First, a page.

Police warn cyclists not to give thieves an easy ride

Pcso Alan Horry with an insecure bike
Pcso Alan Horry with an insecure bike
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Police are calling for cyclists not to give thieves an easy ride – as figures reveal more than three push bikes are stolen every day in Boston.

Since the beginning of April, more than 100 pedal cycles have been stolen – with over three insecure bikes pushed away each day in recent weeks.

Boston Community Inspector Dave Rimmer said: “We are tackling this crime as a priority and a number of initiatives are being launched to both prevent and detect crime.

“I would urge people to take more care and to do all they can to protect their possessions. Locked cycles are being ignored as there are plenty of unlocked cycles that are an easy target for the thieves.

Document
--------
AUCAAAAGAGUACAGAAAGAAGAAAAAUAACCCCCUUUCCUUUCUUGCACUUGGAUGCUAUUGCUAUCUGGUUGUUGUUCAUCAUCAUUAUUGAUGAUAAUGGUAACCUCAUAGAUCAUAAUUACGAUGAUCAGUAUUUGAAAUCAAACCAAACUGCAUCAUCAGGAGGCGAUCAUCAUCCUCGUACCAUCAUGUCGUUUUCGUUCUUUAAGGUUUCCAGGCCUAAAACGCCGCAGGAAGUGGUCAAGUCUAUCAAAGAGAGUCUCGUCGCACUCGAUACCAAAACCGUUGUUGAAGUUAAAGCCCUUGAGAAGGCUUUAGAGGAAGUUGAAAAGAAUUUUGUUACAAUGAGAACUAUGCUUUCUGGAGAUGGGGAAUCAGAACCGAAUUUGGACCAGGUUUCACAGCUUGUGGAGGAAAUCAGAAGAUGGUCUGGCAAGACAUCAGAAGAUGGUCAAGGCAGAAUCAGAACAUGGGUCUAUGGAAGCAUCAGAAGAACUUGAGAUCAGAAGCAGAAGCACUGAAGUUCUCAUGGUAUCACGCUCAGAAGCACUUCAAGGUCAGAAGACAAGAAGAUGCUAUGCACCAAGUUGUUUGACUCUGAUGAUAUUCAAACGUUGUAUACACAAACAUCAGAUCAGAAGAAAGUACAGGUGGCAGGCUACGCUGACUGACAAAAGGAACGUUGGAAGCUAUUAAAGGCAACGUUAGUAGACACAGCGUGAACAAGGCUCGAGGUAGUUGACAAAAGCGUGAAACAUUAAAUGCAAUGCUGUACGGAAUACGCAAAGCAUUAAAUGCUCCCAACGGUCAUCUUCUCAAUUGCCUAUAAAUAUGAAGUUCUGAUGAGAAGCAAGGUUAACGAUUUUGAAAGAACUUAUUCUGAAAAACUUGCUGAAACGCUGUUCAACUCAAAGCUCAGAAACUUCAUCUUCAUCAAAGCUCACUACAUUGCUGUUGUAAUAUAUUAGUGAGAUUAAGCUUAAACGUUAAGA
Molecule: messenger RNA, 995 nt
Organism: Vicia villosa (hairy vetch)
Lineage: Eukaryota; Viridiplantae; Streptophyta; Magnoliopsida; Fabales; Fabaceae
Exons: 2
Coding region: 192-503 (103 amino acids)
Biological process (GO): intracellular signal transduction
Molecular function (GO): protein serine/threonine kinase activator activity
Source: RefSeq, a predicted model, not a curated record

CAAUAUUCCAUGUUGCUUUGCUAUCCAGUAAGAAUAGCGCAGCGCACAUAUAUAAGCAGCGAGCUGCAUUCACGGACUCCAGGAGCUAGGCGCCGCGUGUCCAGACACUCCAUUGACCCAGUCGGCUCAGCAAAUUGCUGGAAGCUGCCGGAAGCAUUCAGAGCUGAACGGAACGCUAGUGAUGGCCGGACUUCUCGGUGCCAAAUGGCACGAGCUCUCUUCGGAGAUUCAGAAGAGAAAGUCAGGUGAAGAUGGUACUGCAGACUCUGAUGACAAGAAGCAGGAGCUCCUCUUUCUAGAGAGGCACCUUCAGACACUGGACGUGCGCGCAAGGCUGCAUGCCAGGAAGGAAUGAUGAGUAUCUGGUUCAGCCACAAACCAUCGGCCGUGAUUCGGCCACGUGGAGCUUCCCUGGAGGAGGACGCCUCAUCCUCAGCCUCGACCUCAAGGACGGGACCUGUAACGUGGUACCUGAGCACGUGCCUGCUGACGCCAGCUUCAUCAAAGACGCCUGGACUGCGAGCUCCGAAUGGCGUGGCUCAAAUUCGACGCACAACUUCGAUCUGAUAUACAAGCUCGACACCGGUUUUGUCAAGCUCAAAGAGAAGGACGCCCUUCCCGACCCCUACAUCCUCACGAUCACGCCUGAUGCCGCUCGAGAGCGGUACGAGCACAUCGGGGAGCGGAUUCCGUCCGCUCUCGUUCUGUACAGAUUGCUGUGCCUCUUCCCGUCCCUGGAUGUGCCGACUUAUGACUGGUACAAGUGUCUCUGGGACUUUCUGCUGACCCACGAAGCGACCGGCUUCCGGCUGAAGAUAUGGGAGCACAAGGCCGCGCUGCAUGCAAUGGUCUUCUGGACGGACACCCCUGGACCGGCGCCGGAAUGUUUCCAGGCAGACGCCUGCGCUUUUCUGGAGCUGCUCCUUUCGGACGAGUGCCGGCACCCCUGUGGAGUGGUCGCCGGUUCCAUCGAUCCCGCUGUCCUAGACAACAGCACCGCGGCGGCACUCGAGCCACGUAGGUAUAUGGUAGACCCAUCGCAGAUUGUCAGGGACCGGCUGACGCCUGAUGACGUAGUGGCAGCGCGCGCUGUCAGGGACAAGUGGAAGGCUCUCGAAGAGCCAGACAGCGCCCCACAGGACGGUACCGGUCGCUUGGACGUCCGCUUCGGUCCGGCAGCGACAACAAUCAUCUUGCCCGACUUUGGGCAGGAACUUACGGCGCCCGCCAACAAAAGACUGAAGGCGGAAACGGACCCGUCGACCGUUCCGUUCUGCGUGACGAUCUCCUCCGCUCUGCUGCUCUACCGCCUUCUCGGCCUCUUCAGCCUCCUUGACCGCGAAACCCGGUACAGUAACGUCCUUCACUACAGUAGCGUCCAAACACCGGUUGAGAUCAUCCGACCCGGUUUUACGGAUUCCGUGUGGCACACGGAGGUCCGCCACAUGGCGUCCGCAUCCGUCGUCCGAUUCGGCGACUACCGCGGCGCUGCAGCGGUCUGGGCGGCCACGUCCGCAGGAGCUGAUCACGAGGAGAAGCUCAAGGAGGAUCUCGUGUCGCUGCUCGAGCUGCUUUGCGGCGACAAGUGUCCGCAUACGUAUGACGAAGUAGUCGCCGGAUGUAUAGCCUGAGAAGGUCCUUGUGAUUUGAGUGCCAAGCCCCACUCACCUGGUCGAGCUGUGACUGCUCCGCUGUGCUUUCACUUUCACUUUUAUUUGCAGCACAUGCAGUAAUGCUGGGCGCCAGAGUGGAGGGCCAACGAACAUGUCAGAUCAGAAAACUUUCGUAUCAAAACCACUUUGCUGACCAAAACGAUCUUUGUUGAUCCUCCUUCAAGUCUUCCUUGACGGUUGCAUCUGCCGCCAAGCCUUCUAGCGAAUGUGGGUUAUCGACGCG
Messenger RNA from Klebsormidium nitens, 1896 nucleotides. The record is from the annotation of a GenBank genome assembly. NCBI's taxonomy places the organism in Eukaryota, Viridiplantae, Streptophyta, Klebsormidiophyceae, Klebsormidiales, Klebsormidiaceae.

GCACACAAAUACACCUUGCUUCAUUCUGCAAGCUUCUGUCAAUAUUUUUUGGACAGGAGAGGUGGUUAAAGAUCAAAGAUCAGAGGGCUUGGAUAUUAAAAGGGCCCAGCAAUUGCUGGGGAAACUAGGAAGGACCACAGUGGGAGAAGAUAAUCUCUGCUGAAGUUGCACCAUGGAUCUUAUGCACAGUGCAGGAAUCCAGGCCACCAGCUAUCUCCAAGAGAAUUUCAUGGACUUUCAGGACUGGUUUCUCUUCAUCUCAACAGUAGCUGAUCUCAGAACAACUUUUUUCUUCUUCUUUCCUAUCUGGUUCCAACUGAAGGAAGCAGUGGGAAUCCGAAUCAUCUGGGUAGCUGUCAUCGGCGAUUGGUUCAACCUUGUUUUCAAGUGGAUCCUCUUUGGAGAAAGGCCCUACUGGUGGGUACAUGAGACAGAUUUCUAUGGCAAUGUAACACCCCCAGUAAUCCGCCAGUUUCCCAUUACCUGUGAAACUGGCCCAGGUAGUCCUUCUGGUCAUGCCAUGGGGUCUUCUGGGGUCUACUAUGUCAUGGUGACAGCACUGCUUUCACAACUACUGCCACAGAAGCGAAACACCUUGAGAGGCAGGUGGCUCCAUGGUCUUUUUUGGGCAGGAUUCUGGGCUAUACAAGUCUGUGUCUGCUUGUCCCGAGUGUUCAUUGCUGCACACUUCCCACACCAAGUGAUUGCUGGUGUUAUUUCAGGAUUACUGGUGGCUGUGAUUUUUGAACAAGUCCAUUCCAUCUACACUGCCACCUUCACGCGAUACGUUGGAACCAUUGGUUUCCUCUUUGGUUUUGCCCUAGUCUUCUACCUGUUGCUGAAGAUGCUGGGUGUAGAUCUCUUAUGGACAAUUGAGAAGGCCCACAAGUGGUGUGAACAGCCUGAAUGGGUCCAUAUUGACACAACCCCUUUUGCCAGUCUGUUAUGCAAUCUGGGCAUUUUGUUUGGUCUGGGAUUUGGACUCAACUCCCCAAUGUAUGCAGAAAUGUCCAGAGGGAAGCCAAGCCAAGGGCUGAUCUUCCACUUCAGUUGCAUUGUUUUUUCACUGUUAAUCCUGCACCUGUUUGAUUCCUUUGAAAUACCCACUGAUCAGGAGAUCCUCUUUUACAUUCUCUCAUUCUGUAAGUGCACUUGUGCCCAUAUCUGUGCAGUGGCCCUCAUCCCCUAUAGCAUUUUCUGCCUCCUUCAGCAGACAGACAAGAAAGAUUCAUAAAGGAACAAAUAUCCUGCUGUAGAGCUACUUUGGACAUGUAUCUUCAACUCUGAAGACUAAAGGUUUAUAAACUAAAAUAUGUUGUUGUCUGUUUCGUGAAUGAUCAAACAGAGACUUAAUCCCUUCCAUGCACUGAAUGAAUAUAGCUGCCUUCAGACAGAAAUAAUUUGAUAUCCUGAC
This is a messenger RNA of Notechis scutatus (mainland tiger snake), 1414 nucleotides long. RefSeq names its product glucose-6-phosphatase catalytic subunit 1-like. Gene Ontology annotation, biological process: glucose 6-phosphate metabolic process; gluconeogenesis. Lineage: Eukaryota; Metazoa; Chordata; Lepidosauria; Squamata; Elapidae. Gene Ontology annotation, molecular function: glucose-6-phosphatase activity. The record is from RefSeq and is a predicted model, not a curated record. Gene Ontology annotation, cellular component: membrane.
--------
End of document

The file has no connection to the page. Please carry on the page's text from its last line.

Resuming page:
“Cycles in gardens are also vulnerable and should be securely chained or placed inside a locked shed or garage.”

Many of these thefts are decribed as ‘opportunist’ with people simply taking insecure bikes to ride them home before dumping them.However, a large number are not left for recovery and are never seen again.

Recovered bikes, including children’s trikes, are held at Boston police station for 28 days. After this they are auctioned off via an approved contractor with revenue going into the police property fund and being put back into the community.

At present there are only six in the station’s found property, but in the past as many as 60 have been held in storage.

Police say it is important to be able to put an identification mark on your bike.

“Distinguishing features – even if it’s just a postcode, making a record of the serial number or taking a photo of it – can make the difference bewteen recovering your bike or not,” said Sgt Gary Joynes.

“Simply saying ‘it’s a blue mountain bike’ will often not be enough to identify it.”

A number of cycle tagging events are planned for the Boston area, with dates to be confirmed soon.